Early scholarly defense of the necessity of religion and the Baha'i Faith in particular, including discussion of Baha'i history and principles.
This book is online in a variety of formats at archive.org
The Bahá'í Movement for Universal Religion:
About: "Bahaism is not a new religion," writes Hippolyte Dreyfus-Barney, "It is religion renewed... it does not pretend to represent the whole Truth; on the contrary, it recognises Truth in fundamental principles which are the basis of all former dispensations, and which for that very reason form the standpoint of concord too long lost sight of. And it requires people to renounce ancient superstitions, to abandon the dead letter in order to be penetrated by the living and vivifying spirit, then by that very means it confirms the original purity of their religion, whilst helping them to know and love everything profoundly beautiful in the othersâ¦ it will suffice for me to indicate that the Bahais believe that from all eternity God has raised up among human creatures higher beings who have inculcated mankind with the great moral principles on which societies are founded, and have thus been the supreme guides of its evolution."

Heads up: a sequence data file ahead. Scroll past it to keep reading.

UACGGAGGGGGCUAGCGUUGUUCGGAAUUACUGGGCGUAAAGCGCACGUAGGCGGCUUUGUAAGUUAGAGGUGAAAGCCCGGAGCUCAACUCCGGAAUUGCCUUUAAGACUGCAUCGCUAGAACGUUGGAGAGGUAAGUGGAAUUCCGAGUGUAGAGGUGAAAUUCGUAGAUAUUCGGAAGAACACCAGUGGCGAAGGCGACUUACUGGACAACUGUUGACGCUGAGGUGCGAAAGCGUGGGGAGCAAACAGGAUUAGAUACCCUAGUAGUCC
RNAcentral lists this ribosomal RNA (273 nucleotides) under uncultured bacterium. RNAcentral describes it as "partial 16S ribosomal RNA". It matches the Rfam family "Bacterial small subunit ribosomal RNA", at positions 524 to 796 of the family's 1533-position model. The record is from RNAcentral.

Hippolyte Dreyfus earned his doctorate in law in February 1898 and became the first French Bahá'í in 1901. In 1903 he gave up his legal career to devote himself to oriental studies. He enrolled at the Ecole pratique des hautes etudes university in Paris, where he studied Arabic and Persian to be able to translate the Bahá'í writings into French. He was one of the only Western Bahá'ís of his generation to received such formal training. He was the author of numerous books, articles and translations of the Bahá'í faith. Dreyfus-Barney attained in September 1902 with an American Bahá'í, Lua Getsinger, an audience with Muzaffaru'd-Din Shah in Paris. During this meeting the Shah was personally handed a petition to protect their co-religionists in Iran. After his marriage (1911) with the American Bahá'í Laura Clifford Barney, he adopted the name Dreyfus-Barney. He also traveled to numerous countries and represented the Bahá'ís in legal disputes. He died on 20 December 1928 and was buried in the Montmartre Cemetery in Paris. He was posthumously appointed by Shoghi Effendi as one of the 19 Disciples of 'Abdu'l-Bahá. Please note that the term Bahaism is no longer used by Bahá'ís. The appropriate term is the Bahá'í Faith. [from description at archive.org]
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